In order to support the biofuel and agriculture industry it is critical that the UK Government:

  1. Sets the crop cap at 7%. A cap set any lower would constrain the UK biofuel industry and the lack of flexibility could prevent the UK from achieving its European and domestic targets.
  2. Sets a clear trajectory for biofuel policy by raising the RTFO (renewable transport fuels obligation) from the current level of 4.75% to 10% by 2020. This will give confidence to all in the supply chain and encourage both domestic and international investment.
  3. Develop ambitious transport specific targets up to 2030.

Transport biofuels

Transport biofuels produced from certified sustainable arable crops, for example under the Assured Combinable Crops Scheme in the UK, offer one of the very few scalable and cost efficient solutions at present to decarbonising the European transport sector.

In addition to its significant contribution to reducing emissions from the transport sector, the biofuel market is a valuable outlet for UK arable production, often putting a floor in volatile commodity markets, providing stability and security to those supplying it. High protein animal feed is a co-product of biofuel production. Defra statistics show that animal feed costs make up the single largest item of expenditure on farm. Given the UK currently imports up to 70% of its protein, often at a premium, it is very important logistically and strategically to strengthen domestic production of this valuable and often volatile commodity.

The results of a major UK research project on ‘Minimising nitrous oxide intensities of arable crop products’ (MIN-NO) has shown that nitrous oxide emissions from fertiliser use in UK arable agriculture are 53% less than estimates currently used. This means that biofuels made from fertilised crops grown in the UK are more effective in reducing greenhouse gas emissions than was previously estimated. These biofuels have an important role to play in tackling certain aspects of air quality, for example they work as cost effective blending agents.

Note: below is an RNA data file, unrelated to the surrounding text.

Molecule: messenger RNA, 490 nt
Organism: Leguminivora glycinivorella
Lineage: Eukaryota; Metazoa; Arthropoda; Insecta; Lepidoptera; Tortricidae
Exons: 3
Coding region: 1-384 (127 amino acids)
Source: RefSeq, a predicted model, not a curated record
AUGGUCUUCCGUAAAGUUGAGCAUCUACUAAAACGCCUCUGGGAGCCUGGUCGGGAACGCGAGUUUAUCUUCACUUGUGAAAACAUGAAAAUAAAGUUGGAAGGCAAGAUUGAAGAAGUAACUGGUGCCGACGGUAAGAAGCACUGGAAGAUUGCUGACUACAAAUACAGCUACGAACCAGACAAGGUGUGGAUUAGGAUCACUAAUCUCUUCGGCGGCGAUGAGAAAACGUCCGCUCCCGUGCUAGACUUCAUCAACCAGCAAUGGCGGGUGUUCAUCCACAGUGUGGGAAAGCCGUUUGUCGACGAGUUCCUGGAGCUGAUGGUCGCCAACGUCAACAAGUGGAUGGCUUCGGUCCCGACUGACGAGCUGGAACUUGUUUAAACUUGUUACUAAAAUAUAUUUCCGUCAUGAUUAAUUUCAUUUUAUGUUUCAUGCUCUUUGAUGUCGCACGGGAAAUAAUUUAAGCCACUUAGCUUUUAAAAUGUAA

In the 2011 Defra commissioned report ‘Road Transport Biofuels: Impact on UK Air Quality’ the expert group noted that ‘Most evidence suggest that at low strengths bioethanol leads to no change in oxides of nitrogen (NOx) emissions but a reduction in other regulated pollutant emissions (Carbon monoxide (CO), Hydrocarbons (HC), and Particulate Matter (PM)’. The report did find some evidence to suggest that when blending at higher levels, around E85, there may be an increase in certain pollutants depending upon engine tuning and suitability. However, in the UK we currently operate at E5 (5% ethanol) and, even if proposals to increase to E10 are realised, the UK will remain well below the levels suggested in the report. There is much emphasis on the use of electric vehicles to decarbonise the economy. Whilst uptake has been slow the majority of electric vehicles on the road today are hybrids. This means they use both conventional liquid fuels and electricity. In this situation, using higher blends of liquid fuels e.g. E10 would only amplify the impact the hybrid car has on air quality.

We would also highlight that ethanol contains oxygen, hence by including it in the fuel mix it helps the fuel to burn better and therefore increases the efficiency of the engine. This results in lowering the hydrocarbons that are released. Increasing this combustion through the oxygen helping to burn the fuel better also decreases carbon monoxide, which is caused by insufficient oxygen in the combustion process.

In order to support the biofuel and agriculture industry it is critical that the UK Government:

  1. Sets the crop cap at 7%. A cap set any lower would constrain the UK biofuel industry and the lack of flexibility could prevent the UK from achieving its European and domestic targets.